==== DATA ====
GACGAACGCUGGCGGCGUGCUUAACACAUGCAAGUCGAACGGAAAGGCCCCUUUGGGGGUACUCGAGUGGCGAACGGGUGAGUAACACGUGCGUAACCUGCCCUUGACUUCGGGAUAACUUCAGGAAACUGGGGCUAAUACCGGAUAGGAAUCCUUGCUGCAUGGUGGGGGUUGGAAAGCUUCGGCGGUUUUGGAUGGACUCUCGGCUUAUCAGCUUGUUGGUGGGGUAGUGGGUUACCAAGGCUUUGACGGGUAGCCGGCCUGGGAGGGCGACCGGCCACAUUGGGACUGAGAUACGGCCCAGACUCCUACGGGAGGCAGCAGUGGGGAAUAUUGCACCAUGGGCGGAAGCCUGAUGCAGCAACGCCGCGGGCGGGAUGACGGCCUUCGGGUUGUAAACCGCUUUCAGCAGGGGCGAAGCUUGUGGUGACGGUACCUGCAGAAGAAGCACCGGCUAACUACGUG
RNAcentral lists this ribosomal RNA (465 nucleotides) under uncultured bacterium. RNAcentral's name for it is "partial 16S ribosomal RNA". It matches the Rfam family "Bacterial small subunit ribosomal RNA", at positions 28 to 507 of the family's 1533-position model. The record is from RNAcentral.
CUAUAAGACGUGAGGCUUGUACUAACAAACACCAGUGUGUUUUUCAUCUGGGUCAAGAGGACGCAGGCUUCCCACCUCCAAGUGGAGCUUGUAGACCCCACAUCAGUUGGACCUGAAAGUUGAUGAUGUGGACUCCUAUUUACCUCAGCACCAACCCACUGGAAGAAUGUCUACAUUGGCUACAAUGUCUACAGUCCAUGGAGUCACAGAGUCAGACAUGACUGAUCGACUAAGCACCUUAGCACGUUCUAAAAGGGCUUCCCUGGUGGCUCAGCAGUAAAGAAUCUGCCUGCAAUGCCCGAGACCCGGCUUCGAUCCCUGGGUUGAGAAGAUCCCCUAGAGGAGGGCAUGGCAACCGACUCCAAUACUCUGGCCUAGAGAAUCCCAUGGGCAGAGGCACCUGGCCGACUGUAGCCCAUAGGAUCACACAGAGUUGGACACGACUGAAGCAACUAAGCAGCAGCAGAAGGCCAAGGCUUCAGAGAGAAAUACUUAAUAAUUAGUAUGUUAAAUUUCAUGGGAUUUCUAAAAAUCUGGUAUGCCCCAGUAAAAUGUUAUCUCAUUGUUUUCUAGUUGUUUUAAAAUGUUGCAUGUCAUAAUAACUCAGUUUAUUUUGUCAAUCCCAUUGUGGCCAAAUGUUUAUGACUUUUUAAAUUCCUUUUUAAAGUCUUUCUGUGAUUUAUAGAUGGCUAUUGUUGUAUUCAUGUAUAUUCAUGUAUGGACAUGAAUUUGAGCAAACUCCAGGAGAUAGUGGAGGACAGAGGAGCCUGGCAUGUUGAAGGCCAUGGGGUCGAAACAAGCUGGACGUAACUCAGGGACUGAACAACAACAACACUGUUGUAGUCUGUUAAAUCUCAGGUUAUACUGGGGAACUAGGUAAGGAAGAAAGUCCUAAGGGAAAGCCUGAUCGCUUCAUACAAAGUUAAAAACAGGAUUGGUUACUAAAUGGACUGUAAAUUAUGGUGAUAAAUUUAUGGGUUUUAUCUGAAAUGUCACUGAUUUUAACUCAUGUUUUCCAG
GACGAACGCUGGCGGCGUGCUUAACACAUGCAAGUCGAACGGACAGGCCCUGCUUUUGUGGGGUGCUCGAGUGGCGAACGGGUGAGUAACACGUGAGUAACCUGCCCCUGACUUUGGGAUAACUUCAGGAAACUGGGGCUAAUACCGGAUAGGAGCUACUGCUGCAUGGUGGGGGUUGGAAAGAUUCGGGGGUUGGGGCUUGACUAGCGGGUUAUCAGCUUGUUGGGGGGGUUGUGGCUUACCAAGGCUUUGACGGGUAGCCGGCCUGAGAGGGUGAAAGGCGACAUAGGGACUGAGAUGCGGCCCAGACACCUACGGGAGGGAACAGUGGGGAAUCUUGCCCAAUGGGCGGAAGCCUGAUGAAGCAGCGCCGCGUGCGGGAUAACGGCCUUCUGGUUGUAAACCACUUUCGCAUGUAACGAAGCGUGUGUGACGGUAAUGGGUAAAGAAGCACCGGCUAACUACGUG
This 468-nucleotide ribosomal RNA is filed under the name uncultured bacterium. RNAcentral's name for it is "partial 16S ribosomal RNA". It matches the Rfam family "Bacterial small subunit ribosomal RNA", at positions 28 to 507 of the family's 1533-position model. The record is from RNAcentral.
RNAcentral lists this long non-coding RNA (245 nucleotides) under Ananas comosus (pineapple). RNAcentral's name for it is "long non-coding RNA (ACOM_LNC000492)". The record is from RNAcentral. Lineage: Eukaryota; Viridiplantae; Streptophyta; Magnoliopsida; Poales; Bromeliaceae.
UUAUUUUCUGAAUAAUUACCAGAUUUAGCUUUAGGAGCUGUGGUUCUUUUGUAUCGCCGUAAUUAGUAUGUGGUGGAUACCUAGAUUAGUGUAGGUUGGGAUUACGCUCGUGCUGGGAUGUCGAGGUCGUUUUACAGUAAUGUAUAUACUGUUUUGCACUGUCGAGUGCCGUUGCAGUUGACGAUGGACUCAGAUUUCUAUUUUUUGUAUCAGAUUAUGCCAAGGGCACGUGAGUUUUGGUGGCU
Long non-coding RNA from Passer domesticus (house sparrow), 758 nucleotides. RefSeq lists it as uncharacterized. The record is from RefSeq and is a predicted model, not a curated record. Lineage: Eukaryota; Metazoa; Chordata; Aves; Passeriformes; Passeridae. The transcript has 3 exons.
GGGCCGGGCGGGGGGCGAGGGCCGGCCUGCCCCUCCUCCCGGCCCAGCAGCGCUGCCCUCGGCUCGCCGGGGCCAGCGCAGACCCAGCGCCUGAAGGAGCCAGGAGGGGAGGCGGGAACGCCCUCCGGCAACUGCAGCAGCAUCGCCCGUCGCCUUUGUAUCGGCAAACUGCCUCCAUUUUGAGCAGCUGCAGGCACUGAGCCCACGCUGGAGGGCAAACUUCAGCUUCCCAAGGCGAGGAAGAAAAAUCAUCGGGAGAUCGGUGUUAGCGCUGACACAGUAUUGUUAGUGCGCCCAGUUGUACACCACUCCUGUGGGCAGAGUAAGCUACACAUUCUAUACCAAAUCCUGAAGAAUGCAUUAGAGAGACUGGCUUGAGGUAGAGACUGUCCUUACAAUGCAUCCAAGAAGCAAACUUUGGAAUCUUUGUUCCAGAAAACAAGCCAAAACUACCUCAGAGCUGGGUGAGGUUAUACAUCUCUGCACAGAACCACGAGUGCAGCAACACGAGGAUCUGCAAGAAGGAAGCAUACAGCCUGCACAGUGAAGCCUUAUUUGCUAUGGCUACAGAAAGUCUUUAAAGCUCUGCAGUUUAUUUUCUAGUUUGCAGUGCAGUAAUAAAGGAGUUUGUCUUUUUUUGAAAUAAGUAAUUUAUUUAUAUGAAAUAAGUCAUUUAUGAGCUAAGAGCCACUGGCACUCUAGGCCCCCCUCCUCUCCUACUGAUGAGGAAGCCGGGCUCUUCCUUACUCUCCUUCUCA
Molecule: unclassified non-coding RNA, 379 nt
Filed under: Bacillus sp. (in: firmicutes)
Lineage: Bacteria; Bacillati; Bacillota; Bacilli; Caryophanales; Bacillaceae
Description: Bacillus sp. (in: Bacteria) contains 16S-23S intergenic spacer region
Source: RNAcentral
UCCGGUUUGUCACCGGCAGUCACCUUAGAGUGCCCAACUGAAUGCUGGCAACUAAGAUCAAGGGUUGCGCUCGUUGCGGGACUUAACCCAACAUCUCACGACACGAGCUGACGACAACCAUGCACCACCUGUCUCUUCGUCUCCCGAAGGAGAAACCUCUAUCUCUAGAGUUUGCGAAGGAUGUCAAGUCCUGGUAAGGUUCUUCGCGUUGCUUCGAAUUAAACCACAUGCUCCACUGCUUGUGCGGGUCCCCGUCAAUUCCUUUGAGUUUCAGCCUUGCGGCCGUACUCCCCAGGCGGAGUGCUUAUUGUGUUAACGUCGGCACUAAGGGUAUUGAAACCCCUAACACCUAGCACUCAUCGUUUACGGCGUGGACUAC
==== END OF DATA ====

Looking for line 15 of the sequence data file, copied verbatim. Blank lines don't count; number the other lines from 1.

UCCGGUUUGUCACCGGCAGUCACCUUAGAGUGCCCAACUGAAUGCUGGCAACUAAGAUCAAGGGUUGCGCUCGUUGCGGGACUUAACCCAACAUCUCACGACACGAGCUGACGACAACCAUGCACCACCUGUCUCUUCGUCUCCCGAAGGAGAAACCUCUAUCUCUAGAGUUUGCGAAGGAUGUCAAGUCCUGGUAAGGUUCUUCGCGUUGCUUCGAAUUAAACCACAUGCUCCACUGCUUGUGCGGGUCCCCGUCAAUUCCUUUGAGUUUCAGCCUUGCGGCCGUACUCCCCAGGCGGAGUGCUUAUUGUGUUAACGUCGGCACUAAGGGUAUUGAAACCCCUAACACCUAGCACUCAUCGUUUACGGCGUGGACUAC